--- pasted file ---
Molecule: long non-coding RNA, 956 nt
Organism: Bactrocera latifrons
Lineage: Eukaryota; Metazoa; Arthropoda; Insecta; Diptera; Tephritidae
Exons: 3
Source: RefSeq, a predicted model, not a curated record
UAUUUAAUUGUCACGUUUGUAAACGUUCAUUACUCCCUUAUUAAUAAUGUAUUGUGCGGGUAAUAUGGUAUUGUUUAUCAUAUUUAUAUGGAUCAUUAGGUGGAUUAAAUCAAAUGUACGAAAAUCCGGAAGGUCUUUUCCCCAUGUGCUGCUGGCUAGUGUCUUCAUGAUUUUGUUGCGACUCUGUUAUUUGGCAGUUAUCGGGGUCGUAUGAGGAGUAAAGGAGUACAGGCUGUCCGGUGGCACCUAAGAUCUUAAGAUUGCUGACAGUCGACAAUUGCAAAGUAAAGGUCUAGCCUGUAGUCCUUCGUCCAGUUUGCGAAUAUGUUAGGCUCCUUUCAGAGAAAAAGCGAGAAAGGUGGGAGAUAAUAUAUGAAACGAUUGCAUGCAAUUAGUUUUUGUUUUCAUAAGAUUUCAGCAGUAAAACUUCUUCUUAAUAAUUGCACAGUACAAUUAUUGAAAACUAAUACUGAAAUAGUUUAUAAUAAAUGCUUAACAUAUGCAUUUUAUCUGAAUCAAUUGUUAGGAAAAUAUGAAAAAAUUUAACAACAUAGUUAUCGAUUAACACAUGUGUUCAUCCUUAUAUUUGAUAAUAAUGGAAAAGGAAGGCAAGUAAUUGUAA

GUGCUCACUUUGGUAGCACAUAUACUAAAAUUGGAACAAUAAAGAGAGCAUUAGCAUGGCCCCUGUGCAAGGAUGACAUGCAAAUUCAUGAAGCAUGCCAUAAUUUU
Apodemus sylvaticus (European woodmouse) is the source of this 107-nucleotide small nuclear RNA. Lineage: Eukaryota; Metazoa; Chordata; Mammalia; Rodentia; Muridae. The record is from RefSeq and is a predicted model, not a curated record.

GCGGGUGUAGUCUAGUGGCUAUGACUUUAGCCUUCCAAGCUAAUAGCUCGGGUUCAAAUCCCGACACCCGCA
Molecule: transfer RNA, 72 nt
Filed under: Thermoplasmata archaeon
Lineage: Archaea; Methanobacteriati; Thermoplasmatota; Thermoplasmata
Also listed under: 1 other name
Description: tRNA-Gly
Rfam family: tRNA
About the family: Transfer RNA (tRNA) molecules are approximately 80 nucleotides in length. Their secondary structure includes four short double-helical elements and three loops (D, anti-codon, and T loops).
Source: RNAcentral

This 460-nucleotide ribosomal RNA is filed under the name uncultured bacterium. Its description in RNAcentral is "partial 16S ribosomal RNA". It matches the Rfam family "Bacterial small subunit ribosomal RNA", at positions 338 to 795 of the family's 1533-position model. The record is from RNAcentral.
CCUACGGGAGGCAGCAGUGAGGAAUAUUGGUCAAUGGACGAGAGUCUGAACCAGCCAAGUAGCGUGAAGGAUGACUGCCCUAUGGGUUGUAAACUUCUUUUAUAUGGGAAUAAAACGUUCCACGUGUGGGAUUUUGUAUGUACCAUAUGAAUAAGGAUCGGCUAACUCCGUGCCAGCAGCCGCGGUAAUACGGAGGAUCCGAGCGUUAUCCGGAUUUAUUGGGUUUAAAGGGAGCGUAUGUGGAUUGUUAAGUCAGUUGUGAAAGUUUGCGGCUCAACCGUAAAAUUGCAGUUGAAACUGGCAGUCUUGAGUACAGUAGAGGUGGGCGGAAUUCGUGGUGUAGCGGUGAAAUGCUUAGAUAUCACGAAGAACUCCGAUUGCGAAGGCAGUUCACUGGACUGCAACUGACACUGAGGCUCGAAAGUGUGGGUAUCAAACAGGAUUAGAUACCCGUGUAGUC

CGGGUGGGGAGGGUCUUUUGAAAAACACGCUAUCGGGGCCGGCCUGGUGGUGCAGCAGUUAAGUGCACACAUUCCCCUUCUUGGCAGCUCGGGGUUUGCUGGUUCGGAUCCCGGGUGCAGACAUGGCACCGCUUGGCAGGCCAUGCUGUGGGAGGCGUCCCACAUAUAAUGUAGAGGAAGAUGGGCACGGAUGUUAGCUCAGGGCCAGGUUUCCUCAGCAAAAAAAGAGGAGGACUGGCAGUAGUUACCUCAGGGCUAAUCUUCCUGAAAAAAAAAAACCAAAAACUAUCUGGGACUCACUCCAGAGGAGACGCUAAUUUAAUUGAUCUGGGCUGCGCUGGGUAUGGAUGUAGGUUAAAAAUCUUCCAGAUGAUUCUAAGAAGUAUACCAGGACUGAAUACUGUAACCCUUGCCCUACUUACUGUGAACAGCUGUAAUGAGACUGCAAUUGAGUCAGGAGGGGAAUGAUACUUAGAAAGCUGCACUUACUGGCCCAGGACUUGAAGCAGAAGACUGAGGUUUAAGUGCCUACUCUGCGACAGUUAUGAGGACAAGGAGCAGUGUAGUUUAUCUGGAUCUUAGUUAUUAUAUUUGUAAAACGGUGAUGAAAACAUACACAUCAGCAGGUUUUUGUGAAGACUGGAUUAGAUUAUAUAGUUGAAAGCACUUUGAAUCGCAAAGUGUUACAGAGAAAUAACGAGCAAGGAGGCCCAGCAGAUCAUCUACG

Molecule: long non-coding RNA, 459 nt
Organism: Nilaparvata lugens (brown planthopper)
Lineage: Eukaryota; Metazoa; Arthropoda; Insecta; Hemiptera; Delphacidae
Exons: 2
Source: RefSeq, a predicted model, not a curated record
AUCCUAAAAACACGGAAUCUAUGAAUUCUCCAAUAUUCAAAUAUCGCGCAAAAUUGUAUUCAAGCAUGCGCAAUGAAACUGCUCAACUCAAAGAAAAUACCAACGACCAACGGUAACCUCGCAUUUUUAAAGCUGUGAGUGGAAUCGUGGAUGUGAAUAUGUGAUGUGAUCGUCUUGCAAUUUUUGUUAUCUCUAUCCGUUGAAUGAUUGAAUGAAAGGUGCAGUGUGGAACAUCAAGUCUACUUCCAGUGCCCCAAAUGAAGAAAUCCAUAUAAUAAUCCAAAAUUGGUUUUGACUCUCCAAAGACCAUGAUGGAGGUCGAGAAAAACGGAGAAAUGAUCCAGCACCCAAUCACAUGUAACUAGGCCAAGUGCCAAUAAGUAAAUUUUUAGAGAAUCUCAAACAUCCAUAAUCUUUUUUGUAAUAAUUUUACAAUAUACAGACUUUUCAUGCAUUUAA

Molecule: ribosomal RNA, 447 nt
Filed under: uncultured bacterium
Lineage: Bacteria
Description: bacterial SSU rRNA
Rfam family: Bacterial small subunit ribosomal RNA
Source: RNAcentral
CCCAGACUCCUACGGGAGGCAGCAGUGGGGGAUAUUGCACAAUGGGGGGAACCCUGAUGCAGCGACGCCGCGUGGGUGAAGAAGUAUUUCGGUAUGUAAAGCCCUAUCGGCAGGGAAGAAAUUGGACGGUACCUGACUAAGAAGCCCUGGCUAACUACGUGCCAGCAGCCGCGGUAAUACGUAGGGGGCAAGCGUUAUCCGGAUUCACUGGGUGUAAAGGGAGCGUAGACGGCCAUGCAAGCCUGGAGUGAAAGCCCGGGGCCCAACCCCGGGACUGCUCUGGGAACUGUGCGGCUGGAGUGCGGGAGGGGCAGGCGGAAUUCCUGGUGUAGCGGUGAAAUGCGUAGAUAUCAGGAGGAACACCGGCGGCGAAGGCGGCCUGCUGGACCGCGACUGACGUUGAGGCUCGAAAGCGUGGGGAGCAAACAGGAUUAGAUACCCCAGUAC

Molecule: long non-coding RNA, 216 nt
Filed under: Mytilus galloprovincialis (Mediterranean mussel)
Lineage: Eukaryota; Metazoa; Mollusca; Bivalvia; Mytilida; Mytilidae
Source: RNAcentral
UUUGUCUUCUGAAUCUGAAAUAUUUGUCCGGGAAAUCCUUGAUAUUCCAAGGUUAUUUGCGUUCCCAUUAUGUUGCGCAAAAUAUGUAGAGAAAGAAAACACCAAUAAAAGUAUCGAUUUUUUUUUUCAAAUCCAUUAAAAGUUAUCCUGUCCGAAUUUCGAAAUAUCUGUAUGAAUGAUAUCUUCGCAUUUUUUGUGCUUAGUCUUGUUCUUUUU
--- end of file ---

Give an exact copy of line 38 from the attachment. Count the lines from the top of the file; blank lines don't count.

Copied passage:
UUUGUCUUCUGAAUCUGAAAUAUUUGUCCGGGAAAUCCUUGAUAUUCCAAGGUUAUUUGCGUUCCCAUUAUGUUGCGCAAAAUAUGUAGAGAAAGAAAACACCAAUAAAAGUAUCGAUUUUUUUUUUCAAAUCCAUUAAAAGUUAUCCUGUCCGAAUUUCGAAAUAUCUGUAUGAAUGAUAUCUUCGCAUUUUUUGUGCUUAGUCUUGUUCUUUUU